Out next stop was a gravel bar on the East Fork of the Yentna River just north of where it joins the West Fork.

The helicopter was not permitted to land in the N PRES. So, from here we did a short walk into the N PRES for some photos. This was my #413 National Park Unit.

On the way to and on the return from the N PRES, we had great views of Denali, Mt Foraker, and many other peaks in Denali National Park to the north. On the way out of Talkeetna, we stopped at the Denali Brewing Company for a cold one –

An hour down the road, we did a two-mile hike to Thunderbird Falls in Eklutna

We then drove to Wasilla, Sarah Palin’s hometown. Remember, she said she could see Russia from her back door, check out the map. The Iditarod Trail Museum is located there.

As we approached the Salmon Viewing Platform on Ship Creek in Anchorage, we saw a Mama bear and her three cubs cross the road in front of us.

There were many salmon in the creek preparing to swim up the “fish ladder” to their spawning spots.

I was driving, so, Peter and Kate had no choice but to go along with me to several Anchorage sites. The first was the Eisenhower Statehood Monument

Then the old Alaskan RR Engine at the Railroad Terminal

Then the Captain Cook Monument in Resolution Park

Then Earthquake Park on the Kirk Arm of the Cook Inlet. In 1964, the largest earthquake to hit North America this century struck this area. The 9.2 quake produced a 40-foot tidal wave that destroyed Seward, hit CA, and did not stop until it crashed into Antarctica.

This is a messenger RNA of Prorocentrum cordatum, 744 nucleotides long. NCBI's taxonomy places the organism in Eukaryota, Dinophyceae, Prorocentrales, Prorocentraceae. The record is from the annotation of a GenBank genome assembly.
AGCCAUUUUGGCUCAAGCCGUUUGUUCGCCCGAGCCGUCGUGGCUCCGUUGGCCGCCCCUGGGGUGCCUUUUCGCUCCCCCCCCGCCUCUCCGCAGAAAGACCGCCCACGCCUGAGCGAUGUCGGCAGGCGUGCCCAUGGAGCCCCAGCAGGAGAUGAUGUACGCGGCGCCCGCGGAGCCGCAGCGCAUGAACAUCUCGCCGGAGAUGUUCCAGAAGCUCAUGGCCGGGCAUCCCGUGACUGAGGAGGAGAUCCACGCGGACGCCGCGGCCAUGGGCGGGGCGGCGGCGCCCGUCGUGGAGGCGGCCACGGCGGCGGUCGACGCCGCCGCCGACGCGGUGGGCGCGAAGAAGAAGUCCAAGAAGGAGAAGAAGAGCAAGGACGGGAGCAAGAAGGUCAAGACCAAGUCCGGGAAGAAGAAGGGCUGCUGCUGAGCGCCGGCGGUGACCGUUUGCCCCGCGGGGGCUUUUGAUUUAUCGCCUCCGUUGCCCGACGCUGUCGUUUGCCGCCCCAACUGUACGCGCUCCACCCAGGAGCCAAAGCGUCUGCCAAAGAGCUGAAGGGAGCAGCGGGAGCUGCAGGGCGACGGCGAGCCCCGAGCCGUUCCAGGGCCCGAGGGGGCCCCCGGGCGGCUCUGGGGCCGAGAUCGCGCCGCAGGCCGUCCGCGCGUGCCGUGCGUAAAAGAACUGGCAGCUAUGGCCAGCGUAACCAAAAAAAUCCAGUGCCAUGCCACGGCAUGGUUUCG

9/6 Sun – It took an hour to drive back north to Reflection Lake, but it was not as impressive as it was yesterday in the fog. While there I decided that, instead of a glacier walk on the Manatuska Glacier, Peter and Kate should do the Talkeetna Air flightseeing experience, including landing on the Kahiltna Glacier of Denali. I felt they should not pass up the beautiful day we were having. Most days of the years it is not even possible to see Denali! We made the reservation and then continued driving to Talkeetna.

After checking in for the flight, I called Chris, the Denali NP Ranger I had been communicating with, and he agreed to meet me at the closed Visitor Center to pass on a park brochure.

We then did a short walk across the old Alaskan RR bridge and then on a gravel/sand bar to where three rivers come together – the Chulitna, Susitna and Talkeetna Rivers.

A scenic spot where we had a clear view of the rivers, Mount Foraker, and Denali

Kate then treated us to burgers at “Shirley’s World-Famous Burger Barn.”

The next task was for Peter and Kate to weigh in and pick out their boots for the glacier landing.